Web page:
Toronto, Ontario — In this week’s EV/AV Report, FCA strikes a deal to build EVs and components in Canada, General Motors unveils the long-awaited Hummer electric vehicle, BMW patents a joystick steering wheel for use on future autonomous models.
Two down, one to go
Unifor members working at Fiat Chrysler Automobiles (FCA) in Brampton, Windsor, Mississauga, Montreal and Red Deer voted 78 percent to ratify a new three-year collective agreement earlier this week.
The contract agreement includes an investment of up to $1.58 billion for a state-of-the-art platform to build both plug-in hybrid vehicles and battery electric vehicles, which will launch in 2024 and add a third shift to the Windsor plant.
The contract also includes a $50 million investment to bring multiple derivatives of the Dodge Charger and Challenger to the Brampton, Ont. plant. Production of the Chrysler 300 is also being extended at the Brampton facility.
The Etobicoke, Ont. casting plant also received a $14 million investment and a 22 percent increase in the hourly workforce.
Unifor’s contract negotiations with General Motors will begin next week.
Hot for Hummer
General Motors (GM) generated buzz this week alongside the full debut of the revived Hummer on Oct. 19.
The new Hummer all-electric truck comes with huge capabilities—such as ‘crabwalk’ and a 560-km (350-mile) range—but also a hefty price tag of US$112,595 for the Edition 1 model.
Just an hour after the vehicle’s launch, GM said that it had sold out—or rather, ‘reserved’ out, as no actual sales and deliveries are to occur before the fall of 2021—of the Edition 1.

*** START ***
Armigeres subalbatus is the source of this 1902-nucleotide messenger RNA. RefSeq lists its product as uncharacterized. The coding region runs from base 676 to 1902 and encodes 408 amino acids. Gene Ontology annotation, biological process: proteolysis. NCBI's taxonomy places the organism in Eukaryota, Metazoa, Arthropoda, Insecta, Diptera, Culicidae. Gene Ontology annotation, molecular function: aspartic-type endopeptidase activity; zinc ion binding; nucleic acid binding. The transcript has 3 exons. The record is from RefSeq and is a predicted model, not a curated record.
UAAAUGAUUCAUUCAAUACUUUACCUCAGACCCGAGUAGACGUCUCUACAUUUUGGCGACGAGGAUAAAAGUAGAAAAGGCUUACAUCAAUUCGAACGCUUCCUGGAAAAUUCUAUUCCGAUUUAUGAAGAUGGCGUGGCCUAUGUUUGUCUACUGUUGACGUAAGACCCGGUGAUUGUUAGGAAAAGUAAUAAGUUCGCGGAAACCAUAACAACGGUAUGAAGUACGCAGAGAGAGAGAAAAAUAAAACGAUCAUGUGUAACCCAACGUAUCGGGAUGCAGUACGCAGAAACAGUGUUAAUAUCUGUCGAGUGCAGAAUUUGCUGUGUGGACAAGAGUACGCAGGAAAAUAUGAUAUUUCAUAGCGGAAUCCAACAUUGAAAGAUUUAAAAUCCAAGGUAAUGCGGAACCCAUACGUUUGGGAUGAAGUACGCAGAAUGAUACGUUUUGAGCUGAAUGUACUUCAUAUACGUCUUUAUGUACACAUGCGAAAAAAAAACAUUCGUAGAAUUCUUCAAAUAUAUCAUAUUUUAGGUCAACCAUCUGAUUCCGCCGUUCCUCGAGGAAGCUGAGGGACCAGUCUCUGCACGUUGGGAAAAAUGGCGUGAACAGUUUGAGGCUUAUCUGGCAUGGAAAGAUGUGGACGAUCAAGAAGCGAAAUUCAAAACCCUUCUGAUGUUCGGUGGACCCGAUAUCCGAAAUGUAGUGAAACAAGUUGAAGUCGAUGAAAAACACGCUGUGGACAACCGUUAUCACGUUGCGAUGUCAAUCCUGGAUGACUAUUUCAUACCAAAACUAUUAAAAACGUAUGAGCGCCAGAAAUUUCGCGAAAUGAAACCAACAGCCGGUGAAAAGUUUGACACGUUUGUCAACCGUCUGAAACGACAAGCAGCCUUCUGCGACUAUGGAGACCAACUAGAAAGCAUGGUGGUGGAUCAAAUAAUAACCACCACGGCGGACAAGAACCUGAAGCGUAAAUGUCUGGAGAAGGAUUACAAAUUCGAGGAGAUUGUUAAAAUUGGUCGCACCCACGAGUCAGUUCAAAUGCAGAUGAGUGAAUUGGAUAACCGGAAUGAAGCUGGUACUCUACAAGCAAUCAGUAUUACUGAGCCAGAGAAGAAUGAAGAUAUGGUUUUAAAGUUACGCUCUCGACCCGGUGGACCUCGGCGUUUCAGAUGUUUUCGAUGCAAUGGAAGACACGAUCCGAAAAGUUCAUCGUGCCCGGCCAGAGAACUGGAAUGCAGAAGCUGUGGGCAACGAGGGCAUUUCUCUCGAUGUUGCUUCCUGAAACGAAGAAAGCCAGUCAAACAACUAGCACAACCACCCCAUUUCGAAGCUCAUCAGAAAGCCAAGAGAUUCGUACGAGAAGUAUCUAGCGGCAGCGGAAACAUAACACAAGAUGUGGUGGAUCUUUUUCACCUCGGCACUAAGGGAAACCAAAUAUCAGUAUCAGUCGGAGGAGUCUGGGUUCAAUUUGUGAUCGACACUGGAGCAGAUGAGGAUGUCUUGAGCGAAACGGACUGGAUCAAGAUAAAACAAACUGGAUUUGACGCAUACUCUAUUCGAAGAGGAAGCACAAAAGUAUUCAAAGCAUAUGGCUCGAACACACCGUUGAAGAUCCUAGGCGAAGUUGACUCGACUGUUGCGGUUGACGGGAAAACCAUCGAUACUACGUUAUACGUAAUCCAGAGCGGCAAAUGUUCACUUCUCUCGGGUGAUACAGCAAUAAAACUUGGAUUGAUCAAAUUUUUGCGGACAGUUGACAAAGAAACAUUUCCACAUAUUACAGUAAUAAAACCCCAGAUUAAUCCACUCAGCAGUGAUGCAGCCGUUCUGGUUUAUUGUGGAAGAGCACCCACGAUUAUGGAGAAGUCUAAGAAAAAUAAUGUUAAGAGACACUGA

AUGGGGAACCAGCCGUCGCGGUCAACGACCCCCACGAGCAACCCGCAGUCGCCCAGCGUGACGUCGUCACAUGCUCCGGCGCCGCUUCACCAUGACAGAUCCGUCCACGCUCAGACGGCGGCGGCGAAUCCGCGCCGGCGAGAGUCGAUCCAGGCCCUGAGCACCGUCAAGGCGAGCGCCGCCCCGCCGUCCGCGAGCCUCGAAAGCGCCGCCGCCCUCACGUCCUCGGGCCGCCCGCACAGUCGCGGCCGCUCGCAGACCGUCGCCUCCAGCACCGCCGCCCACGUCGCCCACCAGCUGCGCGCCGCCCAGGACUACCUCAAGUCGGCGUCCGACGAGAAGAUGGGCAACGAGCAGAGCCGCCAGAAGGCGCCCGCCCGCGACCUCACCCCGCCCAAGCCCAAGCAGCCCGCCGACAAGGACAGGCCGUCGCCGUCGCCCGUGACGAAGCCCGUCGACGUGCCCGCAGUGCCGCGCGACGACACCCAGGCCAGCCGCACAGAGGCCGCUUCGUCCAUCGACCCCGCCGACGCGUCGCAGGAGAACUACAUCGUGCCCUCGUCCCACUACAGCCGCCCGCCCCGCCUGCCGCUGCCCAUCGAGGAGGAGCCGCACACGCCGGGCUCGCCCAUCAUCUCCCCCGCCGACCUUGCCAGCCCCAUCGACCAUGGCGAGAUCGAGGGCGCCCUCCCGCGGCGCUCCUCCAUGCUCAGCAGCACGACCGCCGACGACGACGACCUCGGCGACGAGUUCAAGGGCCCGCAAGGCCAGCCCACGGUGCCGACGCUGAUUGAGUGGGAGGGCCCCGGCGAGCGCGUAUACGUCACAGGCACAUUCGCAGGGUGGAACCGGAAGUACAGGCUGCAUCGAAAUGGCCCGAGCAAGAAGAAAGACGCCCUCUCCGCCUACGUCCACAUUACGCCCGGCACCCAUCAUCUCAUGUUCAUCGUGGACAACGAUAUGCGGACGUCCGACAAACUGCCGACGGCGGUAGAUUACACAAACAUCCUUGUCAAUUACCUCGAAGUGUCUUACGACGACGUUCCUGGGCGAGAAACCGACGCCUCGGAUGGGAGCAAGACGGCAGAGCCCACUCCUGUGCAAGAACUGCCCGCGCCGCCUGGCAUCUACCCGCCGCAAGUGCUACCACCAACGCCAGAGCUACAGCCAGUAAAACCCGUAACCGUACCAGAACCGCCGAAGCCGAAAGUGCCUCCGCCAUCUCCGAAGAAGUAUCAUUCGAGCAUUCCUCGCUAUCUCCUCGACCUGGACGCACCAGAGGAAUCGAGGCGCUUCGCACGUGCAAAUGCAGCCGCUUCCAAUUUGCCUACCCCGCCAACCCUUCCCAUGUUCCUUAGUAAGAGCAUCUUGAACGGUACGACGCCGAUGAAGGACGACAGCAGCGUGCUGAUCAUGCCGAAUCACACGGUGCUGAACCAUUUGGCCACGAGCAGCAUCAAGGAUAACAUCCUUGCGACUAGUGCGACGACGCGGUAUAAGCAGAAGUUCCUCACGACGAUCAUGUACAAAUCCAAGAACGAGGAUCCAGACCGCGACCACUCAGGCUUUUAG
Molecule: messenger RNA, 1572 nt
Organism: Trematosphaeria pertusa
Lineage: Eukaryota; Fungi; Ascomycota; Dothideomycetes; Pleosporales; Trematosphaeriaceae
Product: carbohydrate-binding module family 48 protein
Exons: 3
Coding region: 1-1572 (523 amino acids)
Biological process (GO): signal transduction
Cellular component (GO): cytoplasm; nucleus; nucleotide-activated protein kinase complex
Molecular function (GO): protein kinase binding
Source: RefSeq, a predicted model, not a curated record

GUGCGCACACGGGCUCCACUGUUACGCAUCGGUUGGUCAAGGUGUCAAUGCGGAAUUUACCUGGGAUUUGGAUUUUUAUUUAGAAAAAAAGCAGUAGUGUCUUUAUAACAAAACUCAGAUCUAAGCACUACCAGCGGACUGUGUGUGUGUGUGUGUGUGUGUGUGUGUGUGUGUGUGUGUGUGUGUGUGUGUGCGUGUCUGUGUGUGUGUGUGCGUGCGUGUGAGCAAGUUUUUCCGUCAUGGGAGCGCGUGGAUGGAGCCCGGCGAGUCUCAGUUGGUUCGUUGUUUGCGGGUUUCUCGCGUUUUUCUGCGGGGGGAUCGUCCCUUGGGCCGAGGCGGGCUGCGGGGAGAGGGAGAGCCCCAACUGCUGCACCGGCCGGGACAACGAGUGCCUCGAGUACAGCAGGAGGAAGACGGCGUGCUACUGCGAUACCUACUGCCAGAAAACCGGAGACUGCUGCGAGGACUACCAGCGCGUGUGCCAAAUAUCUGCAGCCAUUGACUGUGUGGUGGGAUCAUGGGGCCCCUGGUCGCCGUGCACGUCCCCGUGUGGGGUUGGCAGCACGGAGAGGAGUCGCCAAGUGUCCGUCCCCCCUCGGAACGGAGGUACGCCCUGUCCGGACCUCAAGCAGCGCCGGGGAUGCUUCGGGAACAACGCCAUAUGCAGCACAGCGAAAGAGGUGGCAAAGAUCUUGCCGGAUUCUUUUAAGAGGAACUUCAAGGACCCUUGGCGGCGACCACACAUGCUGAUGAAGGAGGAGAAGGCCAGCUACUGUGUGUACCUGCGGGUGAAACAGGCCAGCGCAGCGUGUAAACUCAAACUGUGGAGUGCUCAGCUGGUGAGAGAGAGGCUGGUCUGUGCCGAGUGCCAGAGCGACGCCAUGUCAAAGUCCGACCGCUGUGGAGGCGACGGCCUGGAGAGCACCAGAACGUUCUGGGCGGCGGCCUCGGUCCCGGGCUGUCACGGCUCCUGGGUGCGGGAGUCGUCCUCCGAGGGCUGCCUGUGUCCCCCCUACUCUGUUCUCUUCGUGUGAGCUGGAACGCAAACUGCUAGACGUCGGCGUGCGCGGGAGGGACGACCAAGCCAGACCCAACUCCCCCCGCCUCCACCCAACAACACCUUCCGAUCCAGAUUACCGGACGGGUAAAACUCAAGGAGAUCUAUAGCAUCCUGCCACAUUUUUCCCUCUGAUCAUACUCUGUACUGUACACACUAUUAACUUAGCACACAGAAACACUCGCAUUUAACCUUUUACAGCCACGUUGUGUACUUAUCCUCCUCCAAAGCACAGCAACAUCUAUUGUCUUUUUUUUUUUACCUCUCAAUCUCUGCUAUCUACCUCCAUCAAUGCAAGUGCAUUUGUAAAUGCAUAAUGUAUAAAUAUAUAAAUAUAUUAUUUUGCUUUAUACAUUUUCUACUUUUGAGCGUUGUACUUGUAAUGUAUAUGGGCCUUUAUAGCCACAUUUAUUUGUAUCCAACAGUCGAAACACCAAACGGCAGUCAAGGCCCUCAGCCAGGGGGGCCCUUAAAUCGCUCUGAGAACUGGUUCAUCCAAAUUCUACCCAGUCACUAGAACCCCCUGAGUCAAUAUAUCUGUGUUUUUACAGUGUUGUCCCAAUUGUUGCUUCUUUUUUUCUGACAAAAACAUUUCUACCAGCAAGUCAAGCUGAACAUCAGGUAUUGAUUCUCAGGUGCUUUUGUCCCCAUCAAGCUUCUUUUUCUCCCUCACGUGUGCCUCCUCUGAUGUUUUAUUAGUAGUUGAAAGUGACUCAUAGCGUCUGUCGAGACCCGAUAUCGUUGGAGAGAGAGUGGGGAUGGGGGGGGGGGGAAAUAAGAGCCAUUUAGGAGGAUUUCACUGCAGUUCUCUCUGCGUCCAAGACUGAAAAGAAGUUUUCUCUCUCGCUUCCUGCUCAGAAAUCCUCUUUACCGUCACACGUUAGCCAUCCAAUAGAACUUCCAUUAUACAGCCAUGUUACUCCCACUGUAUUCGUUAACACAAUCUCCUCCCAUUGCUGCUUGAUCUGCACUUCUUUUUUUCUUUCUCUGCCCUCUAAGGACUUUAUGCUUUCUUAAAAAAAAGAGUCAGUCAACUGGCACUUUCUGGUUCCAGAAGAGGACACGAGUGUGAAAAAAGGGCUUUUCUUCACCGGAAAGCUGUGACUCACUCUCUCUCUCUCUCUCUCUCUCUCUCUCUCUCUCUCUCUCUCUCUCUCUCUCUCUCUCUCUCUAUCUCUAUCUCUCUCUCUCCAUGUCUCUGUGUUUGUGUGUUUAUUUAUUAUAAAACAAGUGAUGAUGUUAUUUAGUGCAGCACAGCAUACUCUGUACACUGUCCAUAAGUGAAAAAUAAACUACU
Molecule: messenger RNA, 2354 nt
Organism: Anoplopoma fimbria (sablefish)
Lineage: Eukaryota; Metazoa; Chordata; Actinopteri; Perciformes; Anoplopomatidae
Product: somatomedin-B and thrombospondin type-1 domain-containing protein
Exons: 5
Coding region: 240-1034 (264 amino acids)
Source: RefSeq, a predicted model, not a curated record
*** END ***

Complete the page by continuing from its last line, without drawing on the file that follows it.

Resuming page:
The Edition 1 will be the only model available for the 2022 model year. It’ll be joined by a more affordable EV3X model starting at $99,995 approximately a year after the Edition 1’s production begins. It’ll feature a three-motor powertrain and adaptive suspension.
A new Hummer EV model, the Hummer EV2X, is expected to be unveiled in spring 2023.
Feel like an (Auto)Pilot
BMW has patented a joystick to replace steering wheels in autonomous vehicles.
In a German-filed patent, the BMW team said the development of “novel steering handles” was being considered, “with the aid of which a driver can steer the vehicle in a nonautomated driving mode that is still available.”
According to the patent filing, this is a design application slated for autonomous vehicles that will travel on public roads. The image used by the automaker also shows that most of the controls drivers are familiar with are right there on the steering handle.
While BMW has not announced which potentially incoming models will receive this new steering tool, there has been speculation that the patented steering system could join a variant of the i4 down the line.